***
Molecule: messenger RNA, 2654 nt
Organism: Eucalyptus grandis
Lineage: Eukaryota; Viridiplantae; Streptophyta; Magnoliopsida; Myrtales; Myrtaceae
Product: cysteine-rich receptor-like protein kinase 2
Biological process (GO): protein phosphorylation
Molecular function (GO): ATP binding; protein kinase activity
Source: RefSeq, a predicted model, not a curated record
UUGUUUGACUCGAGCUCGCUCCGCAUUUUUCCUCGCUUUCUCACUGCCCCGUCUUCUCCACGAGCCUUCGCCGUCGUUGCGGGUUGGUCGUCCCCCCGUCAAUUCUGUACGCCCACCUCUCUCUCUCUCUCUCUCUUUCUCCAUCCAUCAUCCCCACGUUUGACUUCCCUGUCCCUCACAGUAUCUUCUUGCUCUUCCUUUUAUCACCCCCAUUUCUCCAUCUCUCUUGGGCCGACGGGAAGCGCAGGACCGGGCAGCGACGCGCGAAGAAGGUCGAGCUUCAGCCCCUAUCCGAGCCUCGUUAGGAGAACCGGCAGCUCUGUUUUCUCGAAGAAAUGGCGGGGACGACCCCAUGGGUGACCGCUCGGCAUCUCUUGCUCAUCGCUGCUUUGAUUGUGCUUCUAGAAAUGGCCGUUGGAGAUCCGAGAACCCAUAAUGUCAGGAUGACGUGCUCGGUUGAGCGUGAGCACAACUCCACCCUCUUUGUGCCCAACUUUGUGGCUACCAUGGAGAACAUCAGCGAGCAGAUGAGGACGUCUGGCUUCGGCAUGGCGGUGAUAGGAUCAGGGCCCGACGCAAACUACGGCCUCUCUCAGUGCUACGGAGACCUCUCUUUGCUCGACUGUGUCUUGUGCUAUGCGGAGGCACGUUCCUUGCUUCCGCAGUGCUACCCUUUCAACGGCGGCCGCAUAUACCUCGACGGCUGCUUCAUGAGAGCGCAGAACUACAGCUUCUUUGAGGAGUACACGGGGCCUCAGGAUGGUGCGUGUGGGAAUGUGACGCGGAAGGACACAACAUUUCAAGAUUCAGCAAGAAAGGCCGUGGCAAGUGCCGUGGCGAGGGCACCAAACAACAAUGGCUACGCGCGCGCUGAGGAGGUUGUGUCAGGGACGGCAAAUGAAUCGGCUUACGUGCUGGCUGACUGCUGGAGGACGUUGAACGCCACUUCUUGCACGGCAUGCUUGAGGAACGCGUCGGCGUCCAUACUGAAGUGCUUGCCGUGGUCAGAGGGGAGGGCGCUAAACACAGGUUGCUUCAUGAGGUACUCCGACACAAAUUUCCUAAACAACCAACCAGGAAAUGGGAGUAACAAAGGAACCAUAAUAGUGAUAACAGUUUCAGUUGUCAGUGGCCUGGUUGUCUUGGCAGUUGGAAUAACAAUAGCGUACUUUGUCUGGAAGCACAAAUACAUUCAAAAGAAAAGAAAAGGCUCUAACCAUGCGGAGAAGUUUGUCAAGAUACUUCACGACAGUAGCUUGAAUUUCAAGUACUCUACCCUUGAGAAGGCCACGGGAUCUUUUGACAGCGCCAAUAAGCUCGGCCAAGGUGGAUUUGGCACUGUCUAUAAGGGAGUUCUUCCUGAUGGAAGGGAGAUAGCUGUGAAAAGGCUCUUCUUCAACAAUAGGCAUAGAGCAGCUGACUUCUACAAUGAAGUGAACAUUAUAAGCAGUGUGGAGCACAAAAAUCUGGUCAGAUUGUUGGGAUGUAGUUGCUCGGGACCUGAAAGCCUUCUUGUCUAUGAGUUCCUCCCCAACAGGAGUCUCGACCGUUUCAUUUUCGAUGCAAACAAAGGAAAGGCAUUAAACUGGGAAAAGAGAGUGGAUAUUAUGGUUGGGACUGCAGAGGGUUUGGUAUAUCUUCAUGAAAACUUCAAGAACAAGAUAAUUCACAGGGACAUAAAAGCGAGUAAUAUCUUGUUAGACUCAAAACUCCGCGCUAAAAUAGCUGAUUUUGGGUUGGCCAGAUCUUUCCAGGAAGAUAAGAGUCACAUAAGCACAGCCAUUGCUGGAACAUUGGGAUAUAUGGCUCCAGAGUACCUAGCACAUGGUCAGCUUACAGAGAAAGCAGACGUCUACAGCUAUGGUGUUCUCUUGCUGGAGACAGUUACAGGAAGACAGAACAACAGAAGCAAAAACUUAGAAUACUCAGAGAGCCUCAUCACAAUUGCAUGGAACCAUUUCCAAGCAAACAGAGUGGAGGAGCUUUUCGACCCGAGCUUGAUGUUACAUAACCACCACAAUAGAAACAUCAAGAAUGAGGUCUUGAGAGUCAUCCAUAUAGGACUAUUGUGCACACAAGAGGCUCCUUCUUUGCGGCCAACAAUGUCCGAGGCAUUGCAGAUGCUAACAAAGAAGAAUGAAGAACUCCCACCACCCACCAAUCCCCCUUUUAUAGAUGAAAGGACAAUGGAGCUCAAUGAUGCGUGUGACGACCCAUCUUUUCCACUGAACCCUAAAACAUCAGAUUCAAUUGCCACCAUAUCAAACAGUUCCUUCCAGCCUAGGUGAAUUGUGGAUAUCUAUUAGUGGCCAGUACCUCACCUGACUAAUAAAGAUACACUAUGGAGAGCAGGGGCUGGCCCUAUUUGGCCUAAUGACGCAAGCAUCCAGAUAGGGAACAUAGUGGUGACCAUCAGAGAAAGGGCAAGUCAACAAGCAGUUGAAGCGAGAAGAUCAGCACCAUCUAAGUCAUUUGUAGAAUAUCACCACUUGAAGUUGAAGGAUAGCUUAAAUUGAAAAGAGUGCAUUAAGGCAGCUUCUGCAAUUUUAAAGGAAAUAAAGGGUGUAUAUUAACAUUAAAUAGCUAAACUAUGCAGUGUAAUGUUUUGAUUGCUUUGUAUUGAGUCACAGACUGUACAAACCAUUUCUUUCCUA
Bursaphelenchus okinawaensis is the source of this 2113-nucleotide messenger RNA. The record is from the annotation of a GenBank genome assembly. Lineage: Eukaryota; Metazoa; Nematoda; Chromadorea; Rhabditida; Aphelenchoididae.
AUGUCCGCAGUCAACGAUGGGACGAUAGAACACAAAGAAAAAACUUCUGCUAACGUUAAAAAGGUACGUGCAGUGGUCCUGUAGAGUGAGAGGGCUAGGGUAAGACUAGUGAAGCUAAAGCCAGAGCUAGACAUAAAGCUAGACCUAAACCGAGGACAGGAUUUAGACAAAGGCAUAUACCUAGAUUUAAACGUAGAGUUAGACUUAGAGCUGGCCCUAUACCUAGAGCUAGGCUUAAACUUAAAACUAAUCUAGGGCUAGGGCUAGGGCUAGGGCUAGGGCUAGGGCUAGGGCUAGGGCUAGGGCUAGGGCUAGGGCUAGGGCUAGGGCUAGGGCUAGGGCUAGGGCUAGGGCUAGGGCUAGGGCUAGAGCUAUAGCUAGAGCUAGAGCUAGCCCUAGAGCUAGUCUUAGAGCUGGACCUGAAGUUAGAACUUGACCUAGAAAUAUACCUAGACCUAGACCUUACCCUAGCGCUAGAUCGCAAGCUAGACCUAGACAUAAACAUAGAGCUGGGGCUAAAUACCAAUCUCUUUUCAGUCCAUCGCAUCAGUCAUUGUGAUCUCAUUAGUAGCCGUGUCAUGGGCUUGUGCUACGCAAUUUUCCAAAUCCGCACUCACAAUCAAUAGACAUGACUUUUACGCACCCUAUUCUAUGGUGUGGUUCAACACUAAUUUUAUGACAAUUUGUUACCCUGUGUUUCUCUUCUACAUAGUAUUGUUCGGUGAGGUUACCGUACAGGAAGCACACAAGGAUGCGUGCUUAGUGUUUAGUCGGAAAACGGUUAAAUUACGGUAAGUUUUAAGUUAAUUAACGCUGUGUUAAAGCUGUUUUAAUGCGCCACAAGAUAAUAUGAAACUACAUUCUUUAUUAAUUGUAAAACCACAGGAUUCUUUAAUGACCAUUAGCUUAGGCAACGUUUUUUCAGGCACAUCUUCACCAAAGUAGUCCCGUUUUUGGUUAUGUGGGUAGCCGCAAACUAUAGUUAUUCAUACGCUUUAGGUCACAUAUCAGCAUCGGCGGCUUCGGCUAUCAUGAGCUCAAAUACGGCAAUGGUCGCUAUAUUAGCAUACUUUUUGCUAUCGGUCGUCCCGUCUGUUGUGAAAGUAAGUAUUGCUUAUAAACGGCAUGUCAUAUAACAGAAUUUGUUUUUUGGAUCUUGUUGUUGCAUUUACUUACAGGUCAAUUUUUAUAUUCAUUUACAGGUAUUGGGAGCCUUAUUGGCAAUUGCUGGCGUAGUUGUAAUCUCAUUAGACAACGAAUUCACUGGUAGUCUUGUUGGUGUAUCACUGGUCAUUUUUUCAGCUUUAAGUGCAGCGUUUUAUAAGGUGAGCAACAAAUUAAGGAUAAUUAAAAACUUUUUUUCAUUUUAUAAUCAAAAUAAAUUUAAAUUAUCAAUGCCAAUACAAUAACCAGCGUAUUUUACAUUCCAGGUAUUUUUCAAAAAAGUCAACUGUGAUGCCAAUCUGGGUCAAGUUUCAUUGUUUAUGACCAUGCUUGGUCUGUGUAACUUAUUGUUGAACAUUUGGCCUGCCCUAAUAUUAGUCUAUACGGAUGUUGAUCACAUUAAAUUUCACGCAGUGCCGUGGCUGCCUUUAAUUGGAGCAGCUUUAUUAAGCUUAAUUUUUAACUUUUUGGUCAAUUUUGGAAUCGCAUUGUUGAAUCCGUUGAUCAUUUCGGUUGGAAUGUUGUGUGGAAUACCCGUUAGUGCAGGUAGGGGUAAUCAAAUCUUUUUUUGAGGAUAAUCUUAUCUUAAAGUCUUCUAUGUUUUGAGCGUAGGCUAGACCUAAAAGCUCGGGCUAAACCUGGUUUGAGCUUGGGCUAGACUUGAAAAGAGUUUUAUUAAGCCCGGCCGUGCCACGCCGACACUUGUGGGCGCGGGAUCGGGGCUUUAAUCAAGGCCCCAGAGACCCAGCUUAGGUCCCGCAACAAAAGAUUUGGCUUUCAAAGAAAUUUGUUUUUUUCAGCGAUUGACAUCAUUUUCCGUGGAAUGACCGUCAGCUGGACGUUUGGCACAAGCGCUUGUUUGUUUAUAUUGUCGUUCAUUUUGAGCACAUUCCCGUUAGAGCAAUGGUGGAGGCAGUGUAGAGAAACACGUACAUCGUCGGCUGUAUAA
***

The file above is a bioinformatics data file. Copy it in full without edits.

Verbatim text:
Molecule: messenger RNA, 2654 nt
Organism: Eucalyptus grandis
Lineage: Eukaryota; Viridiplantae; Streptophyta; Magnoliopsida; Myrtales; Myrtaceae
Product: cysteine-rich receptor-like protein kinase 2
Biological process (GO): protein phosphorylation
Molecular function (GO): ATP binding; protein kinase activity
Source: RefSeq, a predicted model, not a curated record
UUGUUUGACUCGAGCUCGCUCCGCAUUUUUCCUCGCUUUCUCACUGCCCCGUCUUCUCCACGAGCCUUCGCCGUCGUUGCGGGUUGGUCGUCCCCCCGUCAAUUCUGUACGCCCACCUCUCUCUCUCUCUCUCUCUUUCUCCAUCCAUCAUCCCCACGUUUGACUUCCCUGUCCCUCACAGUAUCUUCUUGCUCUUCCUUUUAUCACCCCCAUUUCUCCAUCUCUCUUGGGCCGACGGGAAGCGCAGGACCGGGCAGCGACGCGCGAAGAAGGUCGAGCUUCAGCCCCUAUCCGAGCCUCGUUAGGAGAACCGGCAGCUCUGUUUUCUCGAAGAAAUGGCGGGGACGACCCCAUGGGUGACCGCUCGGCAUCUCUUGCUCAUCGCUGCUUUGAUUGUGCUUCUAGAAAUGGCCGUUGGAGAUCCGAGAACCCAUAAUGUCAGGAUGACGUGCUCGGUUGAGCGUGAGCACAACUCCACCCUCUUUGUGCCCAACUUUGUGGCUACCAUGGAGAACAUCAGCGAGCAGAUGAGGACGUCUGGCUUCGGCAUGGCGGUGAUAGGAUCAGGGCCCGACGCAAACUACGGCCUCUCUCAGUGCUACGGAGACCUCUCUUUGCUCGACUGUGUCUUGUGCUAUGCGGAGGCACGUUCCUUGCUUCCGCAGUGCUACCCUUUCAACGGCGGCCGCAUAUACCUCGACGGCUGCUUCAUGAGAGCGCAGAACUACAGCUUCUUUGAGGAGUACACGGGGCCUCAGGAUGGUGCGUGUGGGAAUGUGACGCGGAAGGACACAACAUUUCAAGAUUCAGCAAGAAAGGCCGUGGCAAGUGCCGUGGCGAGGGCACCAAACAACAAUGGCUACGCGCGCGCUGAGGAGGUUGUGUCAGGGACGGCAAAUGAAUCGGCUUACGUGCUGGCUGACUGCUGGAGGACGUUGAACGCCACUUCUUGCACGGCAUGCUUGAGGAACGCGUCGGCGUCCAUACUGAAGUGCUUGCCGUGGUCAGAGGGGAGGGCGCUAAACACAGGUUGCUUCAUGAGGUACUCCGACACAAAUUUCCUAAACAACCAACCAGGAAAUGGGAGUAACAAAGGAACCAUAAUAGUGAUAACAGUUUCAGUUGUCAGUGGCCUGGUUGUCUUGGCAGUUGGAAUAACAAUAGCGUACUUUGUCUGGAAGCACAAAUACAUUCAAAAGAAAAGAAAAGGCUCUAACCAUGCGGAGAAGUUUGUCAAGAUACUUCACGACAGUAGCUUGAAUUUCAAGUACUCUACCCUUGAGAAGGCCACGGGAUCUUUUGACAGCGCCAAUAAGCUCGGCCAAGGUGGAUUUGGCACUGUCUAUAAGGGAGUUCUUCCUGAUGGAAGGGAGAUAGCUGUGAAAAGGCUCUUCUUCAACAAUAGGCAUAGAGCAGCUGACUUCUACAAUGAAGUGAACAUUAUAAGCAGUGUGGAGCACAAAAAUCUGGUCAGAUUGUUGGGAUGUAGUUGCUCGGGACCUGAAAGCCUUCUUGUCUAUGAGUUCCUCCCCAACAGGAGUCUCGACCGUUUCAUUUUCGAUGCAAACAAAGGAAAGGCAUUAAACUGGGAAAAGAGAGUGGAUAUUAUGGUUGGGACUGCAGAGGGUUUGGUAUAUCUUCAUGAAAACUUCAAGAACAAGAUAAUUCACAGGGACAUAAAAGCGAGUAAUAUCUUGUUAGACUCAAAACUCCGCGCUAAAAUAGCUGAUUUUGGGUUGGCCAGAUCUUUCCAGGAAGAUAAGAGUCACAUAAGCACAGCCAUUGCUGGAACAUUGGGAUAUAUGGCUCCAGAGUACCUAGCACAUGGUCAGCUUACAGAGAAAGCAGACGUCUACAGCUAUGGUGUUCUCUUGCUGGAGACAGUUACAGGAAGACAGAACAACAGAAGCAAAAACUUAGAAUACUCAGAGAGCCUCAUCACAAUUGCAUGGAACCAUUUCCAAGCAAACAGAGUGGAGGAGCUUUUCGACCCGAGCUUGAUGUUACAUAACCACCACAAUAGAAACAUCAAGAAUGAGGUCUUGAGAGUCAUCCAUAUAGGACUAUUGUGCACACAAGAGGCUCCUUCUUUGCGGCCAACAAUGUCCGAGGCAUUGCAGAUGCUAACAAAGAAGAAUGAAGAACUCCCACCACCCACCAAUCCCCCUUUUAUAGAUGAAAGGACAAUGGAGCUCAAUGAUGCGUGUGACGACCCAUCUUUUCCACUGAACCCUAAAACAUCAGAUUCAAUUGCCACCAUAUCAAACAGUUCCUUCCAGCCUAGGUGAAUUGUGGAUAUCUAUUAGUGGCCAGUACCUCACCUGACUAAUAAAGAUACACUAUGGAGAGCAGGGGCUGGCCCUAUUUGGCCUAAUGACGCAAGCAUCCAGAUAGGGAACAUAGUGGUGACCAUCAGAGAAAGGGCAAGUCAACAAGCAGUUGAAGCGAGAAGAUCAGCACCAUCUAAGUCAUUUGUAGAAUAUCACCACUUGAAGUUGAAGGAUAGCUUAAAUUGAAAAGAGUGCAUUAAGGCAGCUUCUGCAAUUUUAAAGGAAAUAAAGGGUGUAUAUUAACAUUAAAUAGCUAAACUAUGCAGUGUAAUGUUUUGAUUGCUUUGUAUUGAGUCACAGACUGUACAAACCAUUUCUUUCCUA
Bursaphelenchus okinawaensis is the source of this 2113-nucleotide messenger RNA. The record is from the annotation of a GenBank genome assembly. Lineage: Eukaryota; Metazoa; Nematoda; Chromadorea; Rhabditida; Aphelenchoididae.
AUGUCCGCAGUCAACGAUGGGACGAUAGAACACAAAGAAAAAACUUCUGCUAACGUUAAAAAGGUACGUGCAGUGGUCCUGUAGAGUGAGAGGGCUAGGGUAAGACUAGUGAAGCUAAAGCCAGAGCUAGACAUAAAGCUAGACCUAAACCGAGGACAGGAUUUAGACAAAGGCAUAUACCUAGAUUUAAACGUAGAGUUAGACUUAGAGCUGGCCCUAUACCUAGAGCUAGGCUUAAACUUAAAACUAAUCUAGGGCUAGGGCUAGGGCUAGGGCUAGGGCUAGGGCUAGGGCUAGGGCUAGGGCUAGGGCUAGGGCUAGGGCUAGGGCUAGGGCUAGGGCUAGGGCUAGGGCUAGGGCUAGGGCUAGAGCUAUAGCUAGAGCUAGAGCUAGCCCUAGAGCUAGUCUUAGAGCUGGACCUGAAGUUAGAACUUGACCUAGAAAUAUACCUAGACCUAGACCUUACCCUAGCGCUAGAUCGCAAGCUAGACCUAGACAUAAACAUAGAGCUGGGGCUAAAUACCAAUCUCUUUUCAGUCCAUCGCAUCAGUCAUUGUGAUCUCAUUAGUAGCCGUGUCAUGGGCUUGUGCUACGCAAUUUUCCAAAUCCGCACUCACAAUCAAUAGACAUGACUUUUACGCACCCUAUUCUAUGGUGUGGUUCAACACUAAUUUUAUGACAAUUUGUUACCCUGUGUUUCUCUUCUACAUAGUAUUGUUCGGUGAGGUUACCGUACAGGAAGCACACAAGGAUGCGUGCUUAGUGUUUAGUCGGAAAACGGUUAAAUUACGGUAAGUUUUAAGUUAAUUAACGCUGUGUUAAAGCUGUUUUAAUGCGCCACAAGAUAAUAUGAAACUACAUUCUUUAUUAAUUGUAAAACCACAGGAUUCUUUAAUGACCAUUAGCUUAGGCAACGUUUUUUCAGGCACAUCUUCACCAAAGUAGUCCCGUUUUUGGUUAUGUGGGUAGCCGCAAACUAUAGUUAUUCAUACGCUUUAGGUCACAUAUCAGCAUCGGCGGCUUCGGCUAUCAUGAGCUCAAAUACGGCAAUGGUCGCUAUAUUAGCAUACUUUUUGCUAUCGGUCGUCCCGUCUGUUGUGAAAGUAAGUAUUGCUUAUAAACGGCAUGUCAUAUAACAGAAUUUGUUUUUUGGAUCUUGUUGUUGCAUUUACUUACAGGUCAAUUUUUAUAUUCAUUUACAGGUAUUGGGAGCCUUAUUGGCAAUUGCUGGCGUAGUUGUAAUCUCAUUAGACAACGAAUUCACUGGUAGUCUUGUUGGUGUAUCACUGGUCAUUUUUUCAGCUUUAAGUGCAGCGUUUUAUAAGGUGAGCAACAAAUUAAGGAUAAUUAAAAACUUUUUUUCAUUUUAUAAUCAAAAUAAAUUUAAAUUAUCAAUGCCAAUACAAUAACCAGCGUAUUUUACAUUCCAGGUAUUUUUCAAAAAAGUCAACUGUGAUGCCAAUCUGGGUCAAGUUUCAUUGUUUAUGACCAUGCUUGGUCUGUGUAACUUAUUGUUGAACAUUUGGCCUGCCCUAAUAUUAGUCUAUACGGAUGUUGAUCACAUUAAAUUUCACGCAGUGCCGUGGCUGCCUUUAAUUGGAGCAGCUUUAUUAAGCUUAAUUUUUAACUUUUUGGUCAAUUUUGGAAUCGCAUUGUUGAAUCCGUUGAUCAUUUCGGUUGGAAUGUUGUGUGGAAUACCCGUUAGUGCAGGUAGGGGUAAUCAAAUCUUUUUUUGAGGAUAAUCUUAUCUUAAAGUCUUCUAUGUUUUGAGCGUAGGCUAGACCUAAAAGCUCGGGCUAAACCUGGUUUGAGCUUGGGCUAGACUUGAAAAGAGUUUUAUUAAGCCCGGCCGUGCCACGCCGACACUUGUGGGCGCGGGAUCGGGGCUUUAAUCAAGGCCCCAGAGACCCAGCUUAGGUCCCGCAACAAAAGAUUUGGCUUUCAAAGAAAUUUGUUUUUUUCAGCGAUUGACAUCAUUUUCCGUGGAAUGACCGUCAGCUGGACGUUUGGCACAAGCGCUUGUUUGUUUAUAUUGUCGUUCAUUUUGAGCACAUUCCCGUUAGAGCAAUGGUGGAGGCAGUGUAGAGAAACACGUACAUCGUCGGCUGUAUAA